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Getting slag out of a crucible

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  • wturchyn
    I ve only done three melts so far, so I m not a seasoned caster yet. For a crucible, I am using an (empty) propane cylinder with the top cut off. This is one
    Message 1 of 12 , Oct 2, 2006
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      I've only done three melts so far, so I'm not a seasoned caster yet.
      For a crucible, I am using an (empty) propane cylinder with the top
      cut off. This is one of the camping-size cylinders, about 4" in diameter.

      Yesterday, I was melting down some aluminum lawn chair tubing. For
      heat I was just using scrap wood, and running a blower into the
      tuyere. As I expected, there was quite a lot of slag. In fact, it's
      possible that half of the aluminum was slag. (?) I did scoop some of
      it off, but left quite a bit behind. I pulled the crucible from the
      furnace, and tilted it into my muffin-tin forms. I got 4 nice ingots,
      and then the remaining material (mostly slag, I think?) just froze in
      the crucible.

      So now what do I do? I guess I could fire up the furnace again,
      soften up whatever slag+aluminum is in the crucible, then scoop it out
      a bit at a time. The crucible doesn't have any draft, so I can't just
      turn it upside down and knock the frozen slag out.

      I guess it may be possible that what's left in the crucible isn't just
      slag, and it just wasn't hot enough when I poured -- froze too
      quickly. For people who have crucibles made from welded pipe, I'm
      guessing the crucible has a lot of thermal mass (more than a steel
      propane cylinder), so maybe the melted metal doesn't freeze as quickly
      in the crucible?

      Anyway, seeking advice from those who have poured before me.
    • Jeshua Lacock
      ... Here is my 2¢: 1. Consider the propane bottle for temporary use only - it is very thin and will fail after a VERY short time - possibly pouring molten
      Message 2 of 12 , Oct 2, 2006
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        On Oct 2, 2006, at 7:20 PM, wturchyn wrote:

        > I've only done three melts so far, so I'm not a seasoned caster yet.
        > For a crucible, I am using an (empty) propane cylinder with the top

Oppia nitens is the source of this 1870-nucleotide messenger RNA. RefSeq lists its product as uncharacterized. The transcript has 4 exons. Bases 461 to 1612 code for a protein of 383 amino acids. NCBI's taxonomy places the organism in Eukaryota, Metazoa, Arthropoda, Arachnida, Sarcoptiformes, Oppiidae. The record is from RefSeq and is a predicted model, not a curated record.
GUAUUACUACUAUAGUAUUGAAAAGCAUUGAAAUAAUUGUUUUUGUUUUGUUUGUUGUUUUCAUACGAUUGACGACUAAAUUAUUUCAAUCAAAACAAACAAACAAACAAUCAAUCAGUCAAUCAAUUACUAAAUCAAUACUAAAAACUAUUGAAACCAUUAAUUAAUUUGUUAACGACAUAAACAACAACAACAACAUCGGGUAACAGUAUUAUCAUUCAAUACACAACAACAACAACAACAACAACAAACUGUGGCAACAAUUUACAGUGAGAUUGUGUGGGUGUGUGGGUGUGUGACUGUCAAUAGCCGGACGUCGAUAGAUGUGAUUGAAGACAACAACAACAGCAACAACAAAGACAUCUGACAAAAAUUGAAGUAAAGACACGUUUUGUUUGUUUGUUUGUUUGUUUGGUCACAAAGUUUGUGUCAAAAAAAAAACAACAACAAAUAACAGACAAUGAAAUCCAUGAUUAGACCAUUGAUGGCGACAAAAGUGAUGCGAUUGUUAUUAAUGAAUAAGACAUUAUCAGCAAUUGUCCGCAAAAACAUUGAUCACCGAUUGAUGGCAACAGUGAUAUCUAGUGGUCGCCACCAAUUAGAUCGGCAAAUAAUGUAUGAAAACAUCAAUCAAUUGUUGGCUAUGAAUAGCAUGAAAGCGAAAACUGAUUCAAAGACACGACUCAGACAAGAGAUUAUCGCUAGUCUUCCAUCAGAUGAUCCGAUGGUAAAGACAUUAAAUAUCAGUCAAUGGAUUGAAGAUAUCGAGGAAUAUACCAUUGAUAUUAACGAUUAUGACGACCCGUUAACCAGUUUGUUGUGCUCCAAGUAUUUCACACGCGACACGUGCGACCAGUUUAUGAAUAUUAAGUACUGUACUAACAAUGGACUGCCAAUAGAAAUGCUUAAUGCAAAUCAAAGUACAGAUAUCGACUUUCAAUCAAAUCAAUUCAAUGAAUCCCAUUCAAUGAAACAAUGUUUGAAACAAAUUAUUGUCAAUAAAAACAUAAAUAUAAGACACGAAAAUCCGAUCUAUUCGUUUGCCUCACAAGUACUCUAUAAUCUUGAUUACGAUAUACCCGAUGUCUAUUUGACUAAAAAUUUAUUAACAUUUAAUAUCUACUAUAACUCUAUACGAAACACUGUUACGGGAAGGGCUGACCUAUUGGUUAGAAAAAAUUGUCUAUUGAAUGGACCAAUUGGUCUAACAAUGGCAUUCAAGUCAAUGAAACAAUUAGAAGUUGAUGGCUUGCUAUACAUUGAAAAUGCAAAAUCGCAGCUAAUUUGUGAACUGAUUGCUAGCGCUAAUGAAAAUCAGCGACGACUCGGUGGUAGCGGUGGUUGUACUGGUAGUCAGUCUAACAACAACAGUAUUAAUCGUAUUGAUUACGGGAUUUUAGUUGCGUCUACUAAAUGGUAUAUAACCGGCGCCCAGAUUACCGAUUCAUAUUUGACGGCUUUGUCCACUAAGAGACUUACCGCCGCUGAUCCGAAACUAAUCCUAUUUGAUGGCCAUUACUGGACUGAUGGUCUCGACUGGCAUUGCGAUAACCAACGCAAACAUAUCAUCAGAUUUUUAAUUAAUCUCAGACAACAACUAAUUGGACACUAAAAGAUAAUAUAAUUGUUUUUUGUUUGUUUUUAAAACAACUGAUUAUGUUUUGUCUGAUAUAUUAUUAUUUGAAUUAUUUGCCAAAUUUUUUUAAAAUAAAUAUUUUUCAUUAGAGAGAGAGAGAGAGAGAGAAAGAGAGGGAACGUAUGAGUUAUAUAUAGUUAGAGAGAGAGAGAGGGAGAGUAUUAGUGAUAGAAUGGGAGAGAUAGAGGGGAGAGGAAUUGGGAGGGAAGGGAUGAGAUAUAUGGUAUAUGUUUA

> cut off. This is one of the camping-size cylinders, about 4" in
        > diameter.
        >
        > Yesterday, I was melting down some aluminum lawn chair tubing. For
        > heat I was just using scrap wood, and running a blower into the
        > tuyere. As I expected, there was quite a lot of slag. In fact, it's
        > possible that half of the aluminum was slag. (?) I did scoop some of
        > it off, but left quite a bit behind. I pulled the crucible from the
        > furnace, and tilted it into my muffin-tin forms. I got 4 nice ingots,
        > and then the remaining material (mostly slag, I think?) just froze in
        > the crucible.
        >
        > So now what do I do? I guess I could fire up the furnace again,
        > soften up whatever slag+aluminum is in the crucible, then scoop it out
        > a bit at a time. The crucible doesn't have any draft, so I can't just
        > turn it upside down and knock the frozen slag out.
        >
        > I guess it may be possible that what's left in the crucible isn't just
        > slag, and it just wasn't hot enough when I poured -- froze too
        > quickly. For people who have crucibles made from welded pipe, I'm
        > guessing the crucible has a lot of thermal mass (more than a steel
        > propane cylinder), so maybe the melted metal doesn't freeze as quickly
        > in the crucible?
        >
        > Anyway, seeking advice from those who have poured before me.


        Here is my 2¢:

        1. Consider the propane bottle for temporary use only - it is very
        thin and will fail after a VERY short time - possibly pouring molten
        metal all over you.